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Efforts to develop oral COVID-19 drugs accelerating

The Japanese government plans to put oral COVID-19 drugs into practical use by the end of the year. Among Japanese drugmakers, Shionogi & Co. is accelerating the development of its orally taken COVID-19 drug. (Shutterstock)
The Japanese government plans to put oral COVID-19 drugs into practical use by the end of the year. Among Japanese drugmakers, Shionogi & Co. is accelerating the development of its orally taken COVID-19 drug. (Shutterstock)
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17 Oct 2021 02:10:19 GMT9
17 Oct 2021 02:10:19 GMT9

TOKYO: Oral antiviral drugs are attracting attention as possible game changers in the battle against the novel coronavirus.

Major US drugmaker Merck & Co. recently sought an emergency use authorization from the US Food and Drug Administration for molnupiravir, an oral antiviral drug now under development. The company is likely to file for approval from Japan’s health ministry soon.

The Japanese government plans to put oral COVID-19 drugs into practical use by the end of the year. Among Japanese drugmakers, Shionogi & Co. is accelerating the development of its orally taken COVID-19 drug.

“If mildly ill COVID-19 patients can prevent their symptoms from becoming worse by taking oral drugs, the strain on the medical system would be eased,” Aichi Medical University professor Hiroshige Mikamo said.

Japanese Prime Minister Fumio Kishida has also pinned high hopes on oral drugs, saying that they “might become a key tool in the fight against the novel coronavirus.”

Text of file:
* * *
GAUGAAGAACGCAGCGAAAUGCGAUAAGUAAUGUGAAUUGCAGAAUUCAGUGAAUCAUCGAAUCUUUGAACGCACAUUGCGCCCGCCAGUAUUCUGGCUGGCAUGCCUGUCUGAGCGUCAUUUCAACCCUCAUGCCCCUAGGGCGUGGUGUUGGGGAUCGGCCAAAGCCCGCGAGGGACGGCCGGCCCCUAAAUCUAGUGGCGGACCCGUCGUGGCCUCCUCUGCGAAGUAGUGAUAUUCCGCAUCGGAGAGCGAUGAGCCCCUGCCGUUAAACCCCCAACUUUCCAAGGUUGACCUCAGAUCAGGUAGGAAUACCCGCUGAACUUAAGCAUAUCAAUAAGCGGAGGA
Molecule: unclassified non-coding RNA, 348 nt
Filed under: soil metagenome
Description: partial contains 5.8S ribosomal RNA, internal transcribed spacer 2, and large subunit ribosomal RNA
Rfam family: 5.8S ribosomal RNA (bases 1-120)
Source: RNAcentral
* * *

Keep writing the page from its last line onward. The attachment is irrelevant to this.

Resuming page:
Molnupiravir, which is being developed jointly by Merck and US firm Ridgeback Biotherapeutics, is designed to prevent coronavirus symptoms from worsening by blocking the functioning of RNA polymerase, an enzyme that is needed for the proliferation of the virus.

In an international clinical trial for mildly and moderately ill COVID-19 patients, molnupiravir reduced the risk of hospitalization and death by about half. There were no deaths among people who received the drug in the trial.

Merck has already signed a contract with the US government for the supply of the drug. It is in negotiations with the Japanese government on a supply deal.

Shionogi’s potential antiviral drug, S-217622, is for blocking 3CL protease, another enzyme for helping the multiplication of the virus.

The company started the final phase of its clinical trial for the drug in September.

Shionogi President Isao Teshirogi has said that the company aims to make it available for at least one million people by the end of March 2022.

Swiss drug giant Roche and Atea Pharmaceuticals of the United States are developing AT-527, with the results of the final phase of the clinical trial for the drug expected to become available by the end of the year. The companies plan to seek approval in Japan next year.

US pharmaceutical giant Pfizer Inc. is also conducting clinical trials for its oral antiviral drug across the world.

Influenza drug Avigan, which was expected to play an important role in the fight against COVID-19 in the earlier stage of the pandemic, is a so-called RNA polymerase inhibitor, like molnupiravir.

Tokyo-based Fujifilm Toyama Chemical Co., the Fujifilm Holdings Corp. subsidiary that developed Avigan, is conducting an additional clinical trial for the drug, after the Japanese health ministry failed to clearly confirm its effectiveness against the coronavirus.

In Japan, ivermectin, an antiparasitic drug, has been used in treating coronavirus patients at the discretion of doctors although it has yet to win regulatory approval for use against COVID-19.

As its effectiveness remains to be confirmed, drugmaker Kowa Co., based in Nagoya, the capital of Aichi Prefecture, central Japan, is conducting a clinical trial for ivermectin.

JIJI Press

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